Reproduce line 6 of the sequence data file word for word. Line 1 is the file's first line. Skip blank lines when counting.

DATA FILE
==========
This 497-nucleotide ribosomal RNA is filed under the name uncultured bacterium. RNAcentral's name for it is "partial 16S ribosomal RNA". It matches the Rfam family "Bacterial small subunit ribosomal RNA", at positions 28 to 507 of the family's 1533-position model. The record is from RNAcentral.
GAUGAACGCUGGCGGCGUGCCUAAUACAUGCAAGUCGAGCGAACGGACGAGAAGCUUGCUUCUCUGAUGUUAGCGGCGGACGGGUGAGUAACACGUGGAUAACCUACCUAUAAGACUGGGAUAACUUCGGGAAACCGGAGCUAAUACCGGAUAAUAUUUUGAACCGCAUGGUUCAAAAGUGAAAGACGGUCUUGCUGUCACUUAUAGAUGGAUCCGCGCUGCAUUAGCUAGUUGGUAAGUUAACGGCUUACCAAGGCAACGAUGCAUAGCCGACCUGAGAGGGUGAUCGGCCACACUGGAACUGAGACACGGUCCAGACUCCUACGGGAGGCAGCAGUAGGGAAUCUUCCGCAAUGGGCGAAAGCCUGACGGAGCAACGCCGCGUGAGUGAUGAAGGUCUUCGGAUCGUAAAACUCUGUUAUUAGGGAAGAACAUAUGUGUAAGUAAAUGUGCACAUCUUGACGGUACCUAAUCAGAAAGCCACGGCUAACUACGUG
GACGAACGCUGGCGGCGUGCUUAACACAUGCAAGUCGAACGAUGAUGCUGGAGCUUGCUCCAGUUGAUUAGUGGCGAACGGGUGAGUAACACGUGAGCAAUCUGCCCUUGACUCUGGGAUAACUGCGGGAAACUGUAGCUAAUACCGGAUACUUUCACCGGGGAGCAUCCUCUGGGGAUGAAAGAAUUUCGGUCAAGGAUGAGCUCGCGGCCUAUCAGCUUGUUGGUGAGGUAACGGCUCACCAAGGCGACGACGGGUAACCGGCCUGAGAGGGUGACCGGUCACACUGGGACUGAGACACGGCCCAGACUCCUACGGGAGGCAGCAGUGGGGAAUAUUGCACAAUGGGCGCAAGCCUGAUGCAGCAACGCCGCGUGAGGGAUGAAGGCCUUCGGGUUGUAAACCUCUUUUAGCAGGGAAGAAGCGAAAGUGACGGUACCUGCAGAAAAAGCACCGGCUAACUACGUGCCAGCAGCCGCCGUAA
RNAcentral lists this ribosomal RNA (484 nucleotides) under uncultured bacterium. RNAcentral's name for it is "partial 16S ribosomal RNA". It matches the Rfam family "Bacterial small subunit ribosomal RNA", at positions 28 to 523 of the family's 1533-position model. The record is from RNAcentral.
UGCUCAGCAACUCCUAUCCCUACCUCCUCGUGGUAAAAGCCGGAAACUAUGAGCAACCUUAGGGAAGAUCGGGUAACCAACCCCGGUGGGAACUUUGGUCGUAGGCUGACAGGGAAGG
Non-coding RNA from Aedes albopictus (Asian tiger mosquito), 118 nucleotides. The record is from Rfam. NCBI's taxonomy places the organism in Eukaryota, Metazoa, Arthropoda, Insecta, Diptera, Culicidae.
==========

Non-coding RNA from Aedes albopictus (Asian tiger mosquito), 118 nucleotides. The record is from Rfam. NCBI's taxonomy places the organism in Eukaryota, Metazoa, Arthropoda, Insecta, Diptera, Culicidae.